Unfair, inefficient and expensive: what went wrong with Australia's superannuation system

18 Feb 2013

“WILL you still need me, will you still feed me, when I’m sixty-four?” It’s a good question, particularly if you are now around twenty-four, which was Paul McCartney’s age when his song was released on the Beatles’s Sgt. Pepper’s album in 1967.

Decades earlier, in 1909, Australia had become one of the first countries in the world to introduce an age pension. Only half the population lived long enough to reach the qualifying age of sixty-five, and those who made it that far could expect, on average, to keep going to seventy-six if they were male and seventy-eight if they were female. Even then, a tough means test saw fewer than one in three actually receive a pension.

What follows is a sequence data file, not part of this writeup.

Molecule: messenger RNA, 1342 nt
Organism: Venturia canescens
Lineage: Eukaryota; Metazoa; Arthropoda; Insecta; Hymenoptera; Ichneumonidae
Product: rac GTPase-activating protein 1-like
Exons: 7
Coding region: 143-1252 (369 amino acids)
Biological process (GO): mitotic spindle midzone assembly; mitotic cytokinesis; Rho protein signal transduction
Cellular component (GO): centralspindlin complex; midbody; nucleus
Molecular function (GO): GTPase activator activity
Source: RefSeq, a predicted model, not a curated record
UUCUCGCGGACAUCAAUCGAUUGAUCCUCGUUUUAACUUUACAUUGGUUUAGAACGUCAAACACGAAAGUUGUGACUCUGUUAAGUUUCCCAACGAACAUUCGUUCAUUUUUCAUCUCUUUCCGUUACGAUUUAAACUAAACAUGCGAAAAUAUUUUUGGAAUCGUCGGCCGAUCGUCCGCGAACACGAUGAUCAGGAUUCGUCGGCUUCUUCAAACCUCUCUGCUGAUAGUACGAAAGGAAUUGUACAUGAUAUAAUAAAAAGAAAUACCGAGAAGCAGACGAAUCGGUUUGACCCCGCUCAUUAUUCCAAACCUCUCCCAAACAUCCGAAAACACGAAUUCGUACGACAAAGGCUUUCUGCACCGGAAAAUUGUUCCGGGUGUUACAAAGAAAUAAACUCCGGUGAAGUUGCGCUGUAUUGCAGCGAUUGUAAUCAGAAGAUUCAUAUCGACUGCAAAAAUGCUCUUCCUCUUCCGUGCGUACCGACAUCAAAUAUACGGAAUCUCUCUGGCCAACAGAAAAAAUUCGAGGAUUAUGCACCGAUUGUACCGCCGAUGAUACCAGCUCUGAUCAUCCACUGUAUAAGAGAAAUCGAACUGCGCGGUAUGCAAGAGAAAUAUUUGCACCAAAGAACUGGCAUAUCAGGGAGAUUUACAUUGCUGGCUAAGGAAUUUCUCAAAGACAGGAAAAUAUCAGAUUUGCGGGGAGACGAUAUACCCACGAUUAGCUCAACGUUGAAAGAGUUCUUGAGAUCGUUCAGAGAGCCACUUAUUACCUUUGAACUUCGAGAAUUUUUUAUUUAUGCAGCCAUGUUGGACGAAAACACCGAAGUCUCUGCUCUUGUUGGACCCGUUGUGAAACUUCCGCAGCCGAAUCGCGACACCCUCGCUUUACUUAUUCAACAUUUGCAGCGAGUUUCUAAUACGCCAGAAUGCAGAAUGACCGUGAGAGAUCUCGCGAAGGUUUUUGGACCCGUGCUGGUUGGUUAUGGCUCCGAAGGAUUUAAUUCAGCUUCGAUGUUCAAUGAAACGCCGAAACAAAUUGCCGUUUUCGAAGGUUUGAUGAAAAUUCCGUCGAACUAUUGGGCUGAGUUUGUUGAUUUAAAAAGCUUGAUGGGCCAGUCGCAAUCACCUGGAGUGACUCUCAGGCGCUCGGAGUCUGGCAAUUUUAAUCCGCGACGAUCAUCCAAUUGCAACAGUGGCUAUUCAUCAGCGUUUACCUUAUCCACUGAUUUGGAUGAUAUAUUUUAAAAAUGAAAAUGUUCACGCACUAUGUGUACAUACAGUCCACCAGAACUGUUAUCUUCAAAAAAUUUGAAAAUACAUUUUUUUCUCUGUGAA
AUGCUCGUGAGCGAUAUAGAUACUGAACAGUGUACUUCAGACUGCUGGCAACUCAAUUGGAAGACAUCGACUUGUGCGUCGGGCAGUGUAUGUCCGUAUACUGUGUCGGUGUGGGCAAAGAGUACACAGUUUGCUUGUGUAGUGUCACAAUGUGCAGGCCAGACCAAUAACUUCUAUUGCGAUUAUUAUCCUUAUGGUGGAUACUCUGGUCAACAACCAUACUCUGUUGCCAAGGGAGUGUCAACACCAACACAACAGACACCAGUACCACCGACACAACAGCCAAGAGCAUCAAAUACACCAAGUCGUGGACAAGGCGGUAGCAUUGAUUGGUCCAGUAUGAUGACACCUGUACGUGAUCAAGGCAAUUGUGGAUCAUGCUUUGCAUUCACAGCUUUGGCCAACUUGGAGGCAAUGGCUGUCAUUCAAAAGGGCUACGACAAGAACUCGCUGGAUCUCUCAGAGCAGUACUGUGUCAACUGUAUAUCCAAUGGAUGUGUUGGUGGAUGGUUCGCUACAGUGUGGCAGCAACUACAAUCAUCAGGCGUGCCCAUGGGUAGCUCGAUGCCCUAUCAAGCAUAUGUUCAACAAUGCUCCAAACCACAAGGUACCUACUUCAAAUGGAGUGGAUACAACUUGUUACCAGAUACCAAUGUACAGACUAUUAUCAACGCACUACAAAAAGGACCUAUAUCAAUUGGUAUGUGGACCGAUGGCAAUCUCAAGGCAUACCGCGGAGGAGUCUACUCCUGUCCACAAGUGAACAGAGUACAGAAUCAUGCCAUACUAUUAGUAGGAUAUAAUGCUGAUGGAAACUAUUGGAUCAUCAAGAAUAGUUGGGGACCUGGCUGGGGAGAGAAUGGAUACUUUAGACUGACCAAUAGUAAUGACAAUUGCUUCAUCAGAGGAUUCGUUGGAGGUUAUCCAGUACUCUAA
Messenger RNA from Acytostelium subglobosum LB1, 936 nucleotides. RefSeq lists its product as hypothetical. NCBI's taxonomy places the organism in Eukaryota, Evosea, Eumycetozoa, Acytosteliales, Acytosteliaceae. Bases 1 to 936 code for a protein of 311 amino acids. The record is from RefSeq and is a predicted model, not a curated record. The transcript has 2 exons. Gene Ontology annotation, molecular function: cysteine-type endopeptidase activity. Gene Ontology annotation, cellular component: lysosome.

Today, almost 90 per cent of Australians make it to sixty-five, and men can then expect to live on to eighty-four and women to eighty-seven, according to government figures. Almost eight in ten of them get a full or part pension, and most receive extra income from superannuation, subsidised by tax concessions while the funds are accumulating and tax-free when they’re paid out. So they’re okay, Jack – while it lasts…

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